At Nuclear Talks, Iran and 6 Nations Agree to Meet Again
New York Times April 14, 2012
By Steven Erlanger
ISTANBUL — Iran and six world powers agreed Saturday to hold a new round of talks in Baghdad on May 23, Catherine Ashton, the European Union’s foreign policy chief, said after the first meeting in nearly 15 months on Tehran’s disputed nuclear program.
Ms. Ashton, speaking for the six nations, called the daylong meeting “constructive and useful” and said that “we want now to move to a sustained process of dialogue.” She gave no specifics on any proposals made during the sessions, but said that the six nations were satisfied that Iran was serious about negotiations that “will lead to concrete steps toward a comprehensive negotiated solution which restores international confidence in the exclusively peaceful nature of the Iranian nuclear program.”
Testing Iran’s willingness to negotiate seriously on its nuclear program was the purpose of this meeting, European and American officials said. That was a low bar to hurdle and represented no real breakthrough, and there were no negotiations here on specific steps or proposals. The lack of concrete detail is likely to lead to political criticism of President Obama as the presidential election campaign unfolds and will make the meeting in Iraq even more important.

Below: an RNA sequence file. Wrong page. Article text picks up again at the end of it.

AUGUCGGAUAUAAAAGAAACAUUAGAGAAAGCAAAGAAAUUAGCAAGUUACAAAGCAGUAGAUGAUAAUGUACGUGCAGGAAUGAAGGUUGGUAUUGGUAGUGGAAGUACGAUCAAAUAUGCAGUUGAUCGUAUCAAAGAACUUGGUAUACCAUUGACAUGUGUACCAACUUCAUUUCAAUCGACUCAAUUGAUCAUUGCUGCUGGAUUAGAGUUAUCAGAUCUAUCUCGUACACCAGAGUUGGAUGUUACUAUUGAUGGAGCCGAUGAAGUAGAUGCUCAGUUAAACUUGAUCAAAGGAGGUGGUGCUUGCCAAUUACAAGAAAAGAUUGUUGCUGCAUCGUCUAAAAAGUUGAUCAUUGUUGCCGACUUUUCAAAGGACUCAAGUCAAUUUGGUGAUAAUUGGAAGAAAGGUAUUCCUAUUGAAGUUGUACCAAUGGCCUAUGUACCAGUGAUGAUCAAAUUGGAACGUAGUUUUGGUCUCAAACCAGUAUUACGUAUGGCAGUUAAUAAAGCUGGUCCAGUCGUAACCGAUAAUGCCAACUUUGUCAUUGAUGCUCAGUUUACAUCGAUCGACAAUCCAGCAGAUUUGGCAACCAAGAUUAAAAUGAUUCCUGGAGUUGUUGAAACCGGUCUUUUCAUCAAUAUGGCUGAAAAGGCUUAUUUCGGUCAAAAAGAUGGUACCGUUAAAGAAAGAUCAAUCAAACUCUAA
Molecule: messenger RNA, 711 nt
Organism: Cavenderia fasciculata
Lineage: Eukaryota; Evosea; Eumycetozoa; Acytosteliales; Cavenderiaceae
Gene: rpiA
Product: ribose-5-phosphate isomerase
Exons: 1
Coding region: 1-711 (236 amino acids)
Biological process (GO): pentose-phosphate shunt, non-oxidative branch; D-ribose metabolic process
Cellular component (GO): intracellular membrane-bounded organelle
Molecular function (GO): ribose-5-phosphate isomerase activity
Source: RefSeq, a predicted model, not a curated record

The weeks until May 23 will be used by experts on both sides to draw up a concrete agenda for those talks, Ms. Ashton said.
A senior American official at the talks emphasized that this meeting was about testing Iran’s seriousness. “But dialogue is not sufficient for any sanction relief,” said the official, who, like others involved, spoke on the condition of anonymity as a matter of diplomatic practice. “There must be an urgent effort and concrete steps,” the official said, to restore confidence in Iran’s assertion that its program is not military.
“We believe there is a conducive atmosphere, but we need to test it,” and success in Baghdad is not at all guaranteed, the official added, repeating Mr. Obama’s warning that “the window for diplomacy is closing.”
A senior European diplomat at the talks said that “we’ve opened a box, and now we have to fill it.” The Iranians were serious and receptive, but in a sense, he said, “we’ve pushed the problem six weeks down the road,” and the six powers must work hard to shape the Baghdad agenda and decide what to do in response to possible Iranian actions. Although Iran said it would have new proposals, the diplomat said there were none, but rather a promise for a serious dialogue.
The leader of the Iranian delegation, Saeed Jalili, told reporters that there were important points of agreement as well as differences. He praised the “desire of the other side for dialogue and cooperation” and said that “we consider that as a positive sign,” compared with “the language of threats and pressure that do not work on the Iranian people.”
During the talks, Mr. Jalili held a 90-minute session with Ms. Ashton in which he argued that since Iran was cooperating with the International Atomic Energy Agency, sanctions should be lifted, but he was rebuffed, another European diplomat said.